Top 5 Things You Should Expect of Your Agent When You Go Out to Market 

Property & Casualty

It’s that time of year again…your insurance renewal seems like it’s right around the corner. Maybe your agent is recommending going out to market this year, or maybe you asked about getting other quote options. 

Going out to market to get multiple quotes can be chaotic, but it doesn’t have to be if your agent is conducting a professional marketing process. These are the top five things you should expect of your agent when you go out to market to make the process as smooth as possible and get the best results for you:

Collaboration with your agent on a plan 

  • What’s your objective? Lower rates, better carrier claims handling, coverage improvements? Identifying what you’re trying to accomplish by going out to market will help to align the process around what you want the outcome to be.  
  • Identify the key players. Are there carriers you have prior experiences with that you don’t want to work with again? Or, are there carriers you have prior experience with that you would like to go back to? Your agent should also have suggestions on where to send your account based on their market research and experience with those carriers.  
  • When do you want to see a proposal? It’s important to know how much time you need to evaluate and make a potential carrier change prior to your renewal date. Knowing this date ahead of time means your agent can set firm deadlines with quoting carriers to ensure everything stays on schedule. There’s nothing worse than having competitive alternative quotes on the table in front of you but feeling too rushed to evaluate the options.

Robust, targeted submissions to carriers 

Flooding the market and sending your account out to 30 carriers with minimal information is not in your best interest. A poor submission won’t get the attention of underwriters and will end up at the bottom of an underwriter’s stack of submissions. Your agent should have conversations up front with underwriters to discuss your business, your risk, and the opportunity before sending in a submission to set the stage and garner interest. That conversation should be followed by a robust submission from your agent.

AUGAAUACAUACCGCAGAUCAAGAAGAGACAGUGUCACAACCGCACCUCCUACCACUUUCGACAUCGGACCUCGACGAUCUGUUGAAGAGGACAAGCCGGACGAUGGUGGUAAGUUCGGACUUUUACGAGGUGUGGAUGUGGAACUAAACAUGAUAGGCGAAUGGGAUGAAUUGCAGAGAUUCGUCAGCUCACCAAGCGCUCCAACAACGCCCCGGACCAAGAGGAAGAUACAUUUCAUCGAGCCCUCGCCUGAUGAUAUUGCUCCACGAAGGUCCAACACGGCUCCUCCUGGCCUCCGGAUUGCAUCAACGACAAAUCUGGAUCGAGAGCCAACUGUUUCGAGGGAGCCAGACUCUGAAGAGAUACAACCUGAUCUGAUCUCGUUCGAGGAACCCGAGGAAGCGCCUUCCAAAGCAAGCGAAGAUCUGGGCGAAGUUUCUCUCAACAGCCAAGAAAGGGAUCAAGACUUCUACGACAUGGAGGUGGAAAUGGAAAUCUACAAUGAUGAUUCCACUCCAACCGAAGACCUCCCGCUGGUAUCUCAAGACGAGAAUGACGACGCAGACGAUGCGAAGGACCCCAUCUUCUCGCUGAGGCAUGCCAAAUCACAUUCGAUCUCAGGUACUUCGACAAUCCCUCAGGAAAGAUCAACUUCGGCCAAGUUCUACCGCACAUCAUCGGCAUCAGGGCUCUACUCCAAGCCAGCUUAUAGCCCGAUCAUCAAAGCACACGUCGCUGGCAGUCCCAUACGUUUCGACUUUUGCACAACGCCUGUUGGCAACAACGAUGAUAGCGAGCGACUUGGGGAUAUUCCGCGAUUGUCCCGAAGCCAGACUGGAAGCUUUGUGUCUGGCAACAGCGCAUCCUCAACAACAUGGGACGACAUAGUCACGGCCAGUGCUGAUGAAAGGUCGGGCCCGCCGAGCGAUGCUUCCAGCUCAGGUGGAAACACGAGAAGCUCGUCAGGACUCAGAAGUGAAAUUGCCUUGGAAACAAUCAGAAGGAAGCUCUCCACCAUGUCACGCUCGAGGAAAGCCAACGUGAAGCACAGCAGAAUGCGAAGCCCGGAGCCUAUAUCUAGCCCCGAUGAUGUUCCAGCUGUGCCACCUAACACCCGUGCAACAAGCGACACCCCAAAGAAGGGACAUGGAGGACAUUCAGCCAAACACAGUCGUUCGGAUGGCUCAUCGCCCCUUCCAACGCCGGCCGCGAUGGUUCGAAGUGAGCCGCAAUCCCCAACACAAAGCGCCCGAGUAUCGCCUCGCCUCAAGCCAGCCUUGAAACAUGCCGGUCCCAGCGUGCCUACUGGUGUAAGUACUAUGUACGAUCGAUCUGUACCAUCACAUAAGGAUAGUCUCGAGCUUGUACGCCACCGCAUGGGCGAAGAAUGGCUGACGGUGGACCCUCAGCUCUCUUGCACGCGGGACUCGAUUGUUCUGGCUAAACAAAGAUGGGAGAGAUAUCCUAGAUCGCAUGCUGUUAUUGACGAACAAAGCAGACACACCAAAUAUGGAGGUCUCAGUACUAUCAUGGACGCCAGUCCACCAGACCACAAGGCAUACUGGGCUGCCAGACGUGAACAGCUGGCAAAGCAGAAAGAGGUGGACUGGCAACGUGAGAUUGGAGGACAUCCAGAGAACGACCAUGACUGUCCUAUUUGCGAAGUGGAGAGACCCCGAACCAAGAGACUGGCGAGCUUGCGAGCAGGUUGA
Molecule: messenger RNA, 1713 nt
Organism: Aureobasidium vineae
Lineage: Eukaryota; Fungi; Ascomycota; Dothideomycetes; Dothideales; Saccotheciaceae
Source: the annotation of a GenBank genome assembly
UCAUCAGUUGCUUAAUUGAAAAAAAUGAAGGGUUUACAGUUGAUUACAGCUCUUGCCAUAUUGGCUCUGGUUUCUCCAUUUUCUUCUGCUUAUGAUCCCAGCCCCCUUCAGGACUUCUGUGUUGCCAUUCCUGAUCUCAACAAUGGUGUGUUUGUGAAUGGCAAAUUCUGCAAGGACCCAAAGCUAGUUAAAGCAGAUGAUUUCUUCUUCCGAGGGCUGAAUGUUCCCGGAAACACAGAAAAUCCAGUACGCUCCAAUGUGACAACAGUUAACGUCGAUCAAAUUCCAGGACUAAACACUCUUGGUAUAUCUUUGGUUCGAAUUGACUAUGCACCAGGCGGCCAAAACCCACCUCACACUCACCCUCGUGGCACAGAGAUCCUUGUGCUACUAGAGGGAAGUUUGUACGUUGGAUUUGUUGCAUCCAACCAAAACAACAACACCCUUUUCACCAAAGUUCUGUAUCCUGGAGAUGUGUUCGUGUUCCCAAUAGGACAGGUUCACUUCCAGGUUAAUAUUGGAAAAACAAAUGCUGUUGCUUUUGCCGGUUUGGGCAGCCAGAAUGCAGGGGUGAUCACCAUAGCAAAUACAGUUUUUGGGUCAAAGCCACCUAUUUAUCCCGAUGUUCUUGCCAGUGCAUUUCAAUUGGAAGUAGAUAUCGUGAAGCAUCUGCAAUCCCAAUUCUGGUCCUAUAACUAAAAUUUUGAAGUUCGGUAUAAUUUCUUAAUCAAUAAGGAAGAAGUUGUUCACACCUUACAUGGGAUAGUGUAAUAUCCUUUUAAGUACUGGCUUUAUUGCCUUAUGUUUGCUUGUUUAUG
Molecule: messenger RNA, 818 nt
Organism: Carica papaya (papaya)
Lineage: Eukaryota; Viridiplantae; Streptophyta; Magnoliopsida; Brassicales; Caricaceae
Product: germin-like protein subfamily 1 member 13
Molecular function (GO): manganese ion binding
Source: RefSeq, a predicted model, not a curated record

Loss control surveys

No one enjoys carrier loss control surveys, but they’re often necessary for a potential quoting carrier to see your operations, gather additional underwriting information, and learn more about your business directly from you.

To make the process as efficient as possible for everyone, your agent should vet those requests from carriers first. If an underwriter has reviewed the full submission and is seriously considering quoting, then a loss control survey should be scheduled. Your agent and agency’s risk management team should help with coordinating these visits, should prep you for what to expect and what to be prepared with, and the visits should happen separately (one carrier at a time).

Meet the carriers

In addition to meeting the carrier loss control representative, there are other key people at the carrier that your agent should introduce you to. Depending on the scenario, those people could include: 

  • Underwriter – This is the person evaluating your risk and deciding how much rate they need to charge to write your coverage profitably. 
  • Leadership – Connecting your executive team with the carrier’s local leadership team creates a deeper relationship. 
  • Claims liaison and dedicated adjusters – Who will be handling your claims? How do they handle claims? 
  • Loss control representatives – Meeting the team and learning the services they have available will be helpful when evaluating carriers. 

Remember, you are also interviewing the carrier, just as they are interviewing you.  

Compare and present the best options along with a recommendation

The carriers have reviewed submissions, done loss control visits, and are now starting to release quotes. It can be overwhelming for you if your agent just sends you each quote as it comes in for you to review. Instead, your agent should be reviewing all options to ensure the appropriate coverages are included and accurate exposures were used. Then, they should ultimately put everything in a proposal that should be clear and easy to understand. The proposal should highlight all marketing efforts at a high level and then get into details on the best options from a coverage and pricing perspective

While it’s ultimately your decision on which carrier to go with, your agent should have a recommendation for you and should be able to articulate why they’re recommending that carrier (and it should tie back to your objectives in step 1 of the process). Just like how this whole marketing process started, discussion and collaboration with your agent on a carrier decision is the best way to conclude this process.

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